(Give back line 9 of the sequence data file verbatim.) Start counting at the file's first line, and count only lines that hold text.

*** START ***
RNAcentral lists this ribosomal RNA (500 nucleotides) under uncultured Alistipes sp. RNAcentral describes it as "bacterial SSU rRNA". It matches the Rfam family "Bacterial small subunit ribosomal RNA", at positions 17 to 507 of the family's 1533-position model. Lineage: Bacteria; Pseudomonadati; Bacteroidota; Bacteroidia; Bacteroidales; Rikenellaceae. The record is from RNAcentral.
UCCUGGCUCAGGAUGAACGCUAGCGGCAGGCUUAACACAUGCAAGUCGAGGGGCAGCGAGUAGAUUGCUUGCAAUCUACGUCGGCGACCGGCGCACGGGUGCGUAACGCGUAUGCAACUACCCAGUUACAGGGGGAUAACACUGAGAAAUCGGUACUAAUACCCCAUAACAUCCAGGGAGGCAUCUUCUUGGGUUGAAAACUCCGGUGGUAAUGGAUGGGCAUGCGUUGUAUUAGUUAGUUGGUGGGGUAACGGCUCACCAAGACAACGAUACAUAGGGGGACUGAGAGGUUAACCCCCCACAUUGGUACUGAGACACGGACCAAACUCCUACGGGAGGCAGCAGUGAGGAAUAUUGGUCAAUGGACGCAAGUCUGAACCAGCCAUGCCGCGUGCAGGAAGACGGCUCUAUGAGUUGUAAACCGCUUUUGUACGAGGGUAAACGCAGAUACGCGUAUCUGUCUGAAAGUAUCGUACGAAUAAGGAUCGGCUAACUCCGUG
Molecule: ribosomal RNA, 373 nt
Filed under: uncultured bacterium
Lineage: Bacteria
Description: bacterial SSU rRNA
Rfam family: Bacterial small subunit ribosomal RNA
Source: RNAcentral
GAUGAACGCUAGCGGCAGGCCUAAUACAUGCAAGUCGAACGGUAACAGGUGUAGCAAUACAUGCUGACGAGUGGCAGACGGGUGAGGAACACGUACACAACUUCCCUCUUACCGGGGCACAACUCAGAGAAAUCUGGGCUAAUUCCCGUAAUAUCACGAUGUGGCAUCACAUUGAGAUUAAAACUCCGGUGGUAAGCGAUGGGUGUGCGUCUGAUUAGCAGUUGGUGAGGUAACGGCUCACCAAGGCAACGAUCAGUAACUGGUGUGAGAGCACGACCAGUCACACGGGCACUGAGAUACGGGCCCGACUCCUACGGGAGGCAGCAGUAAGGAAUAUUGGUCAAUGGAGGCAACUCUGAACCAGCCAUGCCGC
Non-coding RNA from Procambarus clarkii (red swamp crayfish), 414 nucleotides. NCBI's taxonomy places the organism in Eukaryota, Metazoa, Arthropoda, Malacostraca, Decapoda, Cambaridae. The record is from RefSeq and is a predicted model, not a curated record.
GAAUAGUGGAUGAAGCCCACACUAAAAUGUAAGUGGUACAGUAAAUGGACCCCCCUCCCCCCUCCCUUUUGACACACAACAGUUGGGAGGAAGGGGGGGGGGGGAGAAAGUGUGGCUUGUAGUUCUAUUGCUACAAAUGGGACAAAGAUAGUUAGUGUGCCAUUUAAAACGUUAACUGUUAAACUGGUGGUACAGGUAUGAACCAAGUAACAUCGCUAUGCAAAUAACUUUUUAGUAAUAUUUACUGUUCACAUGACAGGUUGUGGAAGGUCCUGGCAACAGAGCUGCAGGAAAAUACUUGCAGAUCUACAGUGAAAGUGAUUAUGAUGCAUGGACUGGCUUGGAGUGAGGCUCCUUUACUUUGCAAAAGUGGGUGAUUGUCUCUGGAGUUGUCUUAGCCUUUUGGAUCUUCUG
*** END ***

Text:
GAUGAACGCUAGCGGCAGGCCUAAUACAUGCAAGUCGAACGGUAACAGGUGUAGCAAUACAUGCUGACGAGUGGCAGACGGGUGAGGAACACGUACACAACUUCCCUCUUACCGGGGCACAACUCAGAGAAAUCUGGGCUAAUUCCCGUAAUAUCACGAUGUGGCAUCACAUUGAGAUUAAAACUCCGGUGGUAAGCGAUGGGUGUGCGUCUGAUUAGCAGUUGGUGAGGUAACGGCUCACCAAGGCAACGAUCAGUAACUGGUGUGAGAGCACGACCAGUCACACGGGCACUGAGAUACGGGCCCGACUCCUACGGGAGGCAGCAGUAAGGAAUAUUGGUCAAUGGAGGCAACUCUGAACCAGCCAUGCCGC